Over the past few months, medical staff all over the world have been working around the clock. Due to the Coronavirus, doctors, medics, and nurses in Israel have been working overtime because of the lack of medical staff. There are also many new challenges that medical personnel are facing. They have to wear protective equipment that they didn't have to wear before, including, face mask, face shields, gloves, gowns, and even hazmat suits. They also need to limit their time with each patient to limit their exposure to the Coronavirus.
Our EMA Care staff have also been faced with new challenges. Normally throughout the year, our medical staff runs weekly clinics for Gap year programs. During these clinics, our staff examines and diagnoses patients , provides treatment and prescribes medication to the students in need. However, this reality has changed because of the coronavirus. Our nurses have had to adjust in a few ways:
Pre-screening the students before clinics
EMA Care's most important priority is with our staff's safety. To do so, we do have to pre-screen the students that need to come to the clinic. Our nurses call each student before they run a clinic and make sure that they have no Coronavirus symptoms. If a student has a symptom then they cannot come to the clinic physically. However, they have the option to do telemedicine. One of our nurses started “I feel bad that we have to make our students do telemedicine, but we need to protect ourselves against the Coronavirus”. The nurses also need to ask very specific questions to determine if a symptom can be related to Coronavirus.
Wearing protective gear & diagnosing patients
When our nurses arrive at a clinic, they are fully equipped with a face mask, a face shield, a protective gown, and gloves. While this protects them and makes them feel very secure, it is very difficult to work in. “The face shield often gets fogged up by the mask underneath which makes physical examinations and working very hard”. Our nurses have even found it challenging to do basic examinations due to the equipment, so often the diagnoses can take longer.
Our nurses take care of gap year students, students who are away from home during a pandemic and they are scared of getting the Coronavirus. Our nurses want to help these students as much as they can. However, with all of the protective equipment, many people find these medical workers very intimidating. “Sometimes I just want to take off the equipment and remind the students that there is a person underneath the gear”. Our nurses want to help the students as much as they can without intimidating them!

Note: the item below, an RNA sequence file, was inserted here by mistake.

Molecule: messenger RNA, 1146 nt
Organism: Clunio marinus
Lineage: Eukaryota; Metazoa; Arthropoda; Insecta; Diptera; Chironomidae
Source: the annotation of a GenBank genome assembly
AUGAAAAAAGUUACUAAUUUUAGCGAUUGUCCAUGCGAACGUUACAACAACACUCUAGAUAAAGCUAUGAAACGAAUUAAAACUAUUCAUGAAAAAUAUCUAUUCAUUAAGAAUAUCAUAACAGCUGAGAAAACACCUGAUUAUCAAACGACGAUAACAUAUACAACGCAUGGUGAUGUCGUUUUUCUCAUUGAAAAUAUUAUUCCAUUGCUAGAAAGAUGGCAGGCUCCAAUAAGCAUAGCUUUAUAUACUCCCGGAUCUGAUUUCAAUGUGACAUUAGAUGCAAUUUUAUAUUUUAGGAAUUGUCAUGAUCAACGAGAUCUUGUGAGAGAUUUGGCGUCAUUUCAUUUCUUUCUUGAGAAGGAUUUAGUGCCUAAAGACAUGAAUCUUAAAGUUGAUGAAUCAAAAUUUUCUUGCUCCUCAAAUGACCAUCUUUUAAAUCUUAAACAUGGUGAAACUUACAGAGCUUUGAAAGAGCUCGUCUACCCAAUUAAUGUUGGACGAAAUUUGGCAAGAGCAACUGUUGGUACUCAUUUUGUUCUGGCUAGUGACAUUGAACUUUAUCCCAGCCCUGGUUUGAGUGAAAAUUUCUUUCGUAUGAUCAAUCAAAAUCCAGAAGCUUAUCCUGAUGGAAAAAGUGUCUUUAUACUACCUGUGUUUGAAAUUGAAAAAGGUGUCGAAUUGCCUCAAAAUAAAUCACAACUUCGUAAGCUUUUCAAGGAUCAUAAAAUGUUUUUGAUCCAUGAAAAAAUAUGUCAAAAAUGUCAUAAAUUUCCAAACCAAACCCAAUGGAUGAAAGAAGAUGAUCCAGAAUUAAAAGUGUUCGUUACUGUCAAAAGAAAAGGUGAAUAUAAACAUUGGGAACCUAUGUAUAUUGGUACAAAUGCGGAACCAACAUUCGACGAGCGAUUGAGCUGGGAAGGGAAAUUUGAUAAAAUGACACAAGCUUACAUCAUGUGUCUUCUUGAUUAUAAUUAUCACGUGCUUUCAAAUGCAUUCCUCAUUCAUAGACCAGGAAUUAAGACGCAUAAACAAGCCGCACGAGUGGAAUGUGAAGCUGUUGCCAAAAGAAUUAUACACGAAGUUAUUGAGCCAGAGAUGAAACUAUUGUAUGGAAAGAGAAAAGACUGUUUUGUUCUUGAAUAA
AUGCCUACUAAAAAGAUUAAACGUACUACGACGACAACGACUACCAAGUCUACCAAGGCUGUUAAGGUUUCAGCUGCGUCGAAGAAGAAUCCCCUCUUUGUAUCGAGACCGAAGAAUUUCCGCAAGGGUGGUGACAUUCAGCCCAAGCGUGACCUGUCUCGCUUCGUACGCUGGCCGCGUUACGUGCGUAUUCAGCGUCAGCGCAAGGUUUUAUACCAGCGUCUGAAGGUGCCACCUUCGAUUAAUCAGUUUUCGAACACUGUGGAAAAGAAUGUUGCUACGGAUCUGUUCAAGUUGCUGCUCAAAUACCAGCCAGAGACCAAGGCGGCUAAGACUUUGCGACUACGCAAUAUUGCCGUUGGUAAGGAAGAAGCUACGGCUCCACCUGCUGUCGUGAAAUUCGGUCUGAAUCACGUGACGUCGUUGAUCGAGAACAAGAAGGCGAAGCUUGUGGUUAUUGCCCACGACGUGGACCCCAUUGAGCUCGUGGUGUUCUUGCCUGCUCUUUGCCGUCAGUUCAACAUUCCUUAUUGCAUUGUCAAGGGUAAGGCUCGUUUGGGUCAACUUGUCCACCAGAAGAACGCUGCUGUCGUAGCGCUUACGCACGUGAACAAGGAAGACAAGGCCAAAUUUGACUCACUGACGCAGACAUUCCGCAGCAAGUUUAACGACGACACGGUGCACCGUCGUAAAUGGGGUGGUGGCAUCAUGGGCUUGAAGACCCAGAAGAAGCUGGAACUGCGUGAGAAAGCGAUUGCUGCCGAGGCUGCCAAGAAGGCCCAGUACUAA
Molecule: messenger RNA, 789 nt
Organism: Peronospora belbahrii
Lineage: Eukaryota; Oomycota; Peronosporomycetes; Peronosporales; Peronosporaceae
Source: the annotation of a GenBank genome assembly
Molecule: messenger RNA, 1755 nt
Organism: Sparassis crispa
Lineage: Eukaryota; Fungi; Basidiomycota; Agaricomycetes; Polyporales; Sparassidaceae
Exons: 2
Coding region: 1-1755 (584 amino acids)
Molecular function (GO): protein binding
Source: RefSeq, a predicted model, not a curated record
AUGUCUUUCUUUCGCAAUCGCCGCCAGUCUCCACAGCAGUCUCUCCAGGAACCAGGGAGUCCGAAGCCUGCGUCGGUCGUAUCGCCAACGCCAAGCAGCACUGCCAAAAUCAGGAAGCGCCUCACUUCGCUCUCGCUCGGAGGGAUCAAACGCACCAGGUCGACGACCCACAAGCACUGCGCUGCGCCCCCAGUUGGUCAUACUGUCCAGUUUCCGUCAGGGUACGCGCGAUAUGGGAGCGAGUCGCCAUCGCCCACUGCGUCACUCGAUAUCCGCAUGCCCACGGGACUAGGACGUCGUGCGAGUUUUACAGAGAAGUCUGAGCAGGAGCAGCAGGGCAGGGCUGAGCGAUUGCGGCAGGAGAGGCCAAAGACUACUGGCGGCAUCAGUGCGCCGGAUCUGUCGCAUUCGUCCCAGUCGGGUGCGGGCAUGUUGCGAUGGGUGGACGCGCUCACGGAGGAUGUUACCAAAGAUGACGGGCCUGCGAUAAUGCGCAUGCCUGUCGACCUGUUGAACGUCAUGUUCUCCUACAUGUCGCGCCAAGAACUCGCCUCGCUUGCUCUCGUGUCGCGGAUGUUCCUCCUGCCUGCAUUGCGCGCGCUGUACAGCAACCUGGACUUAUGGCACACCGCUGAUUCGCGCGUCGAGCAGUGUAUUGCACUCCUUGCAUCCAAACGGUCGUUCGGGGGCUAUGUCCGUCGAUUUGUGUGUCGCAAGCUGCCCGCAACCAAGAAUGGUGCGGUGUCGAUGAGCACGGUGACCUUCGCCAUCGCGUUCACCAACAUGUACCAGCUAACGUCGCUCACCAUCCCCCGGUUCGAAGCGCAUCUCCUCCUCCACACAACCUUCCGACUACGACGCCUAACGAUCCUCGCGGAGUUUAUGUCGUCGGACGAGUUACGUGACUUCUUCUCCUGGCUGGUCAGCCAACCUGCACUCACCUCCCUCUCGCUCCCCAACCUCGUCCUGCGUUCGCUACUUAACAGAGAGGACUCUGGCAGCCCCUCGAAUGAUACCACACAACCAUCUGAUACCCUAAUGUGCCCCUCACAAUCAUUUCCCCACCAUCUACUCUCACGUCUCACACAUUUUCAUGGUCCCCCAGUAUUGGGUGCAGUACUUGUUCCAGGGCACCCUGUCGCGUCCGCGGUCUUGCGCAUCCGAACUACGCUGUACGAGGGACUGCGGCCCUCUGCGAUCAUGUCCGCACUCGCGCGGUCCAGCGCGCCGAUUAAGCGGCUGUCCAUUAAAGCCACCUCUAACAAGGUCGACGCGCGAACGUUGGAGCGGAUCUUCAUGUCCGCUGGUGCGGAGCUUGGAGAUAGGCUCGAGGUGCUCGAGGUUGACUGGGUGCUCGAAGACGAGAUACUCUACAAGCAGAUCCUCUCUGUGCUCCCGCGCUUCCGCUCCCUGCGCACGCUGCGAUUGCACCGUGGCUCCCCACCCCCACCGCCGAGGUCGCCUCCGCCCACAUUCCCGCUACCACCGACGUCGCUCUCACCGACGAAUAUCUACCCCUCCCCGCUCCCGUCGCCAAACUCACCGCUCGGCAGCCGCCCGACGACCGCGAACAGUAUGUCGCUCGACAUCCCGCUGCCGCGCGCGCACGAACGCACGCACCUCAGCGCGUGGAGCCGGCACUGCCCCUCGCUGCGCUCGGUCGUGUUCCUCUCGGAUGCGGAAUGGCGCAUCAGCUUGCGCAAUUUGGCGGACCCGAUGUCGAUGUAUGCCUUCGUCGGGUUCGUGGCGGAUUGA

Limited time for each student
According to the EMA Care protocols, each student who comes in for a clinic only has 10 minutes with the nurse in order to limit the time that they are exposed to one another. Some of our nurses have found this very difficult because during these ten minutes they need to get the patient’s medical history, do a physical examination, diagnose them, and write a prescription.
One of our solutions is to have "Hybrid appointments" for each student before the session. These sessions take place outside in the open air (to avoid contamination). This way the nurse can get some extra time to get the patient's medical history. This allows our nurses to have much better-quality time with the patient while they have an appointment.
Telemedicine & Avoiding the ER
Telemedicine has become very popular over the last few years, and specifically with the global COVID-19 pandemic. EMA Care has a telemedicine hotline that deals with students who have emergencies. Normally, a student who calls with an emergency is sent to the ER or some kind of immediate medical center. However, during the pandemic, our nurses have been doing everything in their power to prevent the students from going to the emergency room and get exposed to the virus. If a student is in quarantine, then the only option is to go to the Covid-19 emergency rooms.
“We try to hold off as much as we can unless it is necessary” – a few weeks ago we had a student who had an allergic reaction and needed care. There is a rule in Israel that if someone receives an Epipen then they must go to the emergency room. So, our nurses gave him Benadryl and monitored him for a few hours until the symptoms cleared and he was fine. This saved him from going to the ER and getting exposed to the Coronavirus.
EMA Care's priority is to keep our staff safe. We have many protocols that all of our staff must follow.. Their protective gear, although extensive makes the nurses feel safe from being contaminated with the Coronavirus. We also make sure that when our nurses are in the clinic, they limit their appointments to 10 minutes or less. Overall, our nurses feel very safe “EMA Care has a great protocol to protect their staff and I feel very safe”.
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Thank you for the zoom (and all your updates). It was great. I wish the news was like that. Straight forward, factual, unemotional. Bravo to both of you ladies!!